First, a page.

Tag Archives: o

Love IX: 8

Left
恋妻はあらぬしらべしらべの琴の緒かあふことかたき音のみ絶えせぬ

koizuma wa
aranu shirabe no
koto no o ka
au koto kataki
ne nomi taesenu
My beloved wife:
Is it that untuned are
Our zithers’ strings?
So there is no harmony, and
Only my sobs are ceaseless…

Lord Suetsune
1095

Right (Win)
松風に通ふと聞きし琴の音も物思ふ時は身にぞしみける

matsukaze ni
kayou to kikishi
koto no ne mo
mono’omou toki wa
mi ni zo shimikeru
The wind in the pines
Resembles, I had heard,
A zither’s strains that, too,
When sunk in gloomy thought
Dye one so deeply…

Jakuren
1096

The Right state: saying ‘our zithers’ strings?’ (koto no o ka) is unsatisfactory. The Left state: if one is not depressed, would one not be deeply affected?

In judgement: the Left certainly sounds as if something is out of tune! The Right’s poem says that on hearing the wind pass through the pine trees, one would be affected. It sounds by no means distant from the topic. Thus, the Right wins.

Minbukyō yukihira no uta’awase 9

Left
明けぬ間に箱根の山の時鳥二声とだに鳴き渡るらむ

akenu ma ni
Fakone no yama no
Fototogisu
Futakowe to dani
nakiwataruramu
Before the dawn no
Hakone Mountain
Cuckoos’
Twin calls simply
Seem to sing back and forth

17

Right (Win)
深山出でていづこも旅ぞ時鳥ここにを結べ草の枕は

miyama idete
iduko mo tabi zo
Fototogisu
koko ni wo musube
kusa no makura wa
Emerging from the mountains’ depths
Where does your journey take you,
O, cuckoo?
Here will I twine strands
Of grass for my pillow…

18

SIS VIII: 451

On a night when the Ise Vestal was conducting the Kōshin rite at the shrine in the fields, she composed this on the topic of the wind in the pines sounding a zither’s strings when blowing at night.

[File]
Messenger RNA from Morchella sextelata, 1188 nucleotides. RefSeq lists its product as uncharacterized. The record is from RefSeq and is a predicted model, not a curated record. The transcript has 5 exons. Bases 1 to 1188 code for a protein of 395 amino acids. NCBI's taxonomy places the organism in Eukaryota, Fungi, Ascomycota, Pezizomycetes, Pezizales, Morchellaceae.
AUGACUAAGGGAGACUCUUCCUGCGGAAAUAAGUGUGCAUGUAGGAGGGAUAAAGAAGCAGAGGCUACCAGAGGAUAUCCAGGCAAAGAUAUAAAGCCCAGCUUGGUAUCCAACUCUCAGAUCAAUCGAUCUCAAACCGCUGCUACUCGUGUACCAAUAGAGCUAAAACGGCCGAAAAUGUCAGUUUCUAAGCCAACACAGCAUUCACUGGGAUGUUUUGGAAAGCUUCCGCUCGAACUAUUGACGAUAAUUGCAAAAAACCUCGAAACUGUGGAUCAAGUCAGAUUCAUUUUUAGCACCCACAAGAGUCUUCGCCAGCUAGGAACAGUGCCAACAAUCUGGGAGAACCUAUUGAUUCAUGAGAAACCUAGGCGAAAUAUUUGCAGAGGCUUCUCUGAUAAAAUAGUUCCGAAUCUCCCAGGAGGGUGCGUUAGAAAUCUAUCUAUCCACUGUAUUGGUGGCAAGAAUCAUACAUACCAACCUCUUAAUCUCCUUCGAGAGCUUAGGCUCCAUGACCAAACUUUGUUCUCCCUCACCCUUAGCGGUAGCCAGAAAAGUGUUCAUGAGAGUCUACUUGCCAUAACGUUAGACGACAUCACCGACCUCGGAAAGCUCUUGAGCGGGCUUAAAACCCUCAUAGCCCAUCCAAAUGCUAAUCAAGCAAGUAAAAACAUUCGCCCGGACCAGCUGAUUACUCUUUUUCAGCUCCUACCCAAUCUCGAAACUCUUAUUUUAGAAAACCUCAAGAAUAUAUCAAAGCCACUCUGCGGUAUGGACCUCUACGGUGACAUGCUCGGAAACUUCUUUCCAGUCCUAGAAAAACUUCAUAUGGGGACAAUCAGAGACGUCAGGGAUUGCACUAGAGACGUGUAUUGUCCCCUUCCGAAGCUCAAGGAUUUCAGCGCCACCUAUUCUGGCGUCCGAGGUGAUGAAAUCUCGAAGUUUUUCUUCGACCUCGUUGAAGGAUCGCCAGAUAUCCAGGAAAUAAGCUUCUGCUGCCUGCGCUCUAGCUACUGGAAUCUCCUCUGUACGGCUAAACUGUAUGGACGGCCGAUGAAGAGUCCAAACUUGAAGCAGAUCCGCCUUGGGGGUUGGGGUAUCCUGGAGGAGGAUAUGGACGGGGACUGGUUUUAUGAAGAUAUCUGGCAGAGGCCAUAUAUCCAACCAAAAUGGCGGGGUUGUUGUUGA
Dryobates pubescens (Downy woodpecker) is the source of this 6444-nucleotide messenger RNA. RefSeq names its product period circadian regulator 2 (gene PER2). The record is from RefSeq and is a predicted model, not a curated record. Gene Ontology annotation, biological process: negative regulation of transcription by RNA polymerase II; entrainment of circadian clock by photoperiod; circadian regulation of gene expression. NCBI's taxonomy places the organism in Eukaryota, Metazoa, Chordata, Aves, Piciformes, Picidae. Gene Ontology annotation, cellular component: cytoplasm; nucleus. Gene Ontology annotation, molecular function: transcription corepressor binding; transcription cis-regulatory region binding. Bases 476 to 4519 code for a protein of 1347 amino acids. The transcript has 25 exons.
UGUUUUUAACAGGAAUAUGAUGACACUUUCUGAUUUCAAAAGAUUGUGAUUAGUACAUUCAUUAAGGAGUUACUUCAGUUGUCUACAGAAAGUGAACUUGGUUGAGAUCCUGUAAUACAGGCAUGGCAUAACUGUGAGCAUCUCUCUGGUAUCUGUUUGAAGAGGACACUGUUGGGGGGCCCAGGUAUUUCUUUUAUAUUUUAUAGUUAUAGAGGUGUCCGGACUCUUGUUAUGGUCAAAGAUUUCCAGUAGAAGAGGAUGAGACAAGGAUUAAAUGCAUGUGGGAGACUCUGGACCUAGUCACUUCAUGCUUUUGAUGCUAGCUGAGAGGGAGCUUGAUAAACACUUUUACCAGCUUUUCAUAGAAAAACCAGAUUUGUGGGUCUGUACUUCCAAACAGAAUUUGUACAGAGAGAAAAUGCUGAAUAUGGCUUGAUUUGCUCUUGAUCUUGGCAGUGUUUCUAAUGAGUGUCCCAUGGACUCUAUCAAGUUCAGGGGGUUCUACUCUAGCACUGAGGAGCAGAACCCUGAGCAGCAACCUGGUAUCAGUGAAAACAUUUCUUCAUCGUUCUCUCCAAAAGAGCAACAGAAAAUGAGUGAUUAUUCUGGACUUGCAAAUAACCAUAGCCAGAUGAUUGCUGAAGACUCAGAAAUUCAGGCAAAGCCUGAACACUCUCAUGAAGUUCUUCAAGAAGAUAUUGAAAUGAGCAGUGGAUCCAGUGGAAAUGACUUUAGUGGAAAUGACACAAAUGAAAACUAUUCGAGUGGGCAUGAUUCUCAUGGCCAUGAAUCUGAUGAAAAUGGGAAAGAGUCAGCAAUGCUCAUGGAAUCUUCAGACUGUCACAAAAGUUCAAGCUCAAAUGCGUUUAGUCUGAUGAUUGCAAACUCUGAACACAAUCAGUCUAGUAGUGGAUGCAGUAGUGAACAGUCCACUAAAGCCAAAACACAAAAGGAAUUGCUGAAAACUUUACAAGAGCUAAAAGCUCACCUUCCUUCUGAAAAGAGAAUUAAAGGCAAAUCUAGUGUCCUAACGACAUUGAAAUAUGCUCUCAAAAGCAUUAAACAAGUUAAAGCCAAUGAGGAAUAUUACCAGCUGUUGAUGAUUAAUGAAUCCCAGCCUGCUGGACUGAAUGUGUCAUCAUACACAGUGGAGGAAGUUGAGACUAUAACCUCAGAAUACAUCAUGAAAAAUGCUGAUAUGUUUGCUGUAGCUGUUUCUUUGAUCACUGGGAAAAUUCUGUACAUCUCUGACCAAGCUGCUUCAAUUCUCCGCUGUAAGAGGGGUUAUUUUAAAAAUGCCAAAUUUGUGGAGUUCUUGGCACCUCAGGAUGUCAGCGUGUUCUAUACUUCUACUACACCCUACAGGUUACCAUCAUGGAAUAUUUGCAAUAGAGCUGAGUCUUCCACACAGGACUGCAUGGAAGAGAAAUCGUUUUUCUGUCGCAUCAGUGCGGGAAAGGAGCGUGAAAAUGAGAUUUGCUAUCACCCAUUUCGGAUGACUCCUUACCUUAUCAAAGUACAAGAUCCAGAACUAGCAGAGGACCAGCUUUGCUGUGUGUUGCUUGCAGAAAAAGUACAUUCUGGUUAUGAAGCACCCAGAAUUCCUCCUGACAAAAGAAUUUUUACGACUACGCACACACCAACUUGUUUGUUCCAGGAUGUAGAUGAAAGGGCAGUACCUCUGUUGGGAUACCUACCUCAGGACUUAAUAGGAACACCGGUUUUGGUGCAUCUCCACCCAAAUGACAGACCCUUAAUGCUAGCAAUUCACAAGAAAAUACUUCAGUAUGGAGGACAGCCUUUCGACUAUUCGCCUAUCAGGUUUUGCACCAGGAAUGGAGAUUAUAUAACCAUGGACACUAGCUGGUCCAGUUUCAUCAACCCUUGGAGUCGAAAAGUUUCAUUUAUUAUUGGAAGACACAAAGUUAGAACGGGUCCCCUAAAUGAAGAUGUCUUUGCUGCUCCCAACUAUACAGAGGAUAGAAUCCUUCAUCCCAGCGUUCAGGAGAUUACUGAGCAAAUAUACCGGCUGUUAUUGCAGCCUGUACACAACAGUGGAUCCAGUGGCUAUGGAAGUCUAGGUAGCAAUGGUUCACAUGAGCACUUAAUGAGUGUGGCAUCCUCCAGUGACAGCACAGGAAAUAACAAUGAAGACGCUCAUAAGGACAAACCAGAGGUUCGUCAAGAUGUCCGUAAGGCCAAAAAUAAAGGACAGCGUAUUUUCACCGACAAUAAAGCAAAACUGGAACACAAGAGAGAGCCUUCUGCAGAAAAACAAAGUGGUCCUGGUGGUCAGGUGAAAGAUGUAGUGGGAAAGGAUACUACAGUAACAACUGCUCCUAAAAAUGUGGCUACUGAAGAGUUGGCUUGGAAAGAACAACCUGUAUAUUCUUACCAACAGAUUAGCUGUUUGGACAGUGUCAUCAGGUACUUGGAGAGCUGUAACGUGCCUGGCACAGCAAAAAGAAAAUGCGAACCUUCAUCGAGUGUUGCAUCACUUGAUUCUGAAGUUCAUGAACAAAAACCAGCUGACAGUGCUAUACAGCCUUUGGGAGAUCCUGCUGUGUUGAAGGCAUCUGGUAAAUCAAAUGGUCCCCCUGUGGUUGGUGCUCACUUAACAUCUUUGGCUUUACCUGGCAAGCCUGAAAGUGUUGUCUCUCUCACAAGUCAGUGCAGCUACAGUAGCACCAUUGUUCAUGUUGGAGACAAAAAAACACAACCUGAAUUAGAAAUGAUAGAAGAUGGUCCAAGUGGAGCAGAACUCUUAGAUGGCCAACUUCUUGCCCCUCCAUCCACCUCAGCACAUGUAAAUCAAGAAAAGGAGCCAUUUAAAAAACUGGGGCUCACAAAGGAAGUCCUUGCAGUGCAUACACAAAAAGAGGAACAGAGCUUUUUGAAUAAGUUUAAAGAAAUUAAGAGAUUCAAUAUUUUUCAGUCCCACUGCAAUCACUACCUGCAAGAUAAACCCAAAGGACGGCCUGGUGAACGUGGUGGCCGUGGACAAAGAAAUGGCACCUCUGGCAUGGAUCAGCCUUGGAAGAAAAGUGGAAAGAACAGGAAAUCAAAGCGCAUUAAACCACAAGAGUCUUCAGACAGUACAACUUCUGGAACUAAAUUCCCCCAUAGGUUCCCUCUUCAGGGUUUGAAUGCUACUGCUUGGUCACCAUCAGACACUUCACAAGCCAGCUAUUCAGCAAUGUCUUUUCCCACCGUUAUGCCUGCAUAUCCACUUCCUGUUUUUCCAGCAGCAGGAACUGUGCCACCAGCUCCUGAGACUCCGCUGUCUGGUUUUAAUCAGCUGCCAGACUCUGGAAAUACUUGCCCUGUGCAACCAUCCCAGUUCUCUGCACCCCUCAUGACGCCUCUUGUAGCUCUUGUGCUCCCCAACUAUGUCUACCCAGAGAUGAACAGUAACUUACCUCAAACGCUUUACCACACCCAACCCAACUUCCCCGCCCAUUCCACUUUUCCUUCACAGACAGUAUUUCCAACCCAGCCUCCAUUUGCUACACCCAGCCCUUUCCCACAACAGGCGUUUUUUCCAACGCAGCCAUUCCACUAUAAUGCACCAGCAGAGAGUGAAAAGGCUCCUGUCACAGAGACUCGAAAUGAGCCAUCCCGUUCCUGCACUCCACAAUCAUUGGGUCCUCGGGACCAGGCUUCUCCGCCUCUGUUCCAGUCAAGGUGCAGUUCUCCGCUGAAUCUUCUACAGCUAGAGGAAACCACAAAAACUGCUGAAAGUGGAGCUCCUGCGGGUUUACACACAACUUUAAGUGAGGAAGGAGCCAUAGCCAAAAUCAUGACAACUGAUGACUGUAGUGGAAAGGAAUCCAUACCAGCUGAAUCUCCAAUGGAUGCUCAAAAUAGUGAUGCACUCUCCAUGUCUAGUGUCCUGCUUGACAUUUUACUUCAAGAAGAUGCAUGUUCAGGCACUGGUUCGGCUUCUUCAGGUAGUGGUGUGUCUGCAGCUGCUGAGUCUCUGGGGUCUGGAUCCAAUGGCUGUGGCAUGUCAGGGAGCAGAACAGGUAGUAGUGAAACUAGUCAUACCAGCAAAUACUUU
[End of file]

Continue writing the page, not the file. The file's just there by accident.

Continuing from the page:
ことのねに峯の松風かよふらしいづれのをよりしらべそめけん

koto no ne ni
mine no matukaze
kayoFurasi
idure no wo yori
sirabe someken
The zither’s strains
With wind from pines atop the peak
Do sound;
Which string is it
That may start me on my way?

The Ise Vestal Consort 斎宮女御
[Princess Yoshiko/Kishi 徽子女王] (929-985)

MYS XVI: 3815

A poem in reply.

白玉の緒絶えはまことしかれどもその緒また貫き人持ち去にけり

siratama no
wodae pa makoto
sikaredomo
sono wo mata nuki
pito moti’inikeri
The pearl’s
Strand broke, it’s true,
And yet
It has been threaded once more,
And is in another’s hands!

Of the above poem, it is said, ‘Once, there was a young woman. She was abandoned by her husband, and wed another man. At that time, a certain man, not knowing of her remarriage, sent a poem to her parents asking for her hand. So, her parents, realising the man did not know the details of the situation, sent this poem to him to inform him that their daughter had married once more.’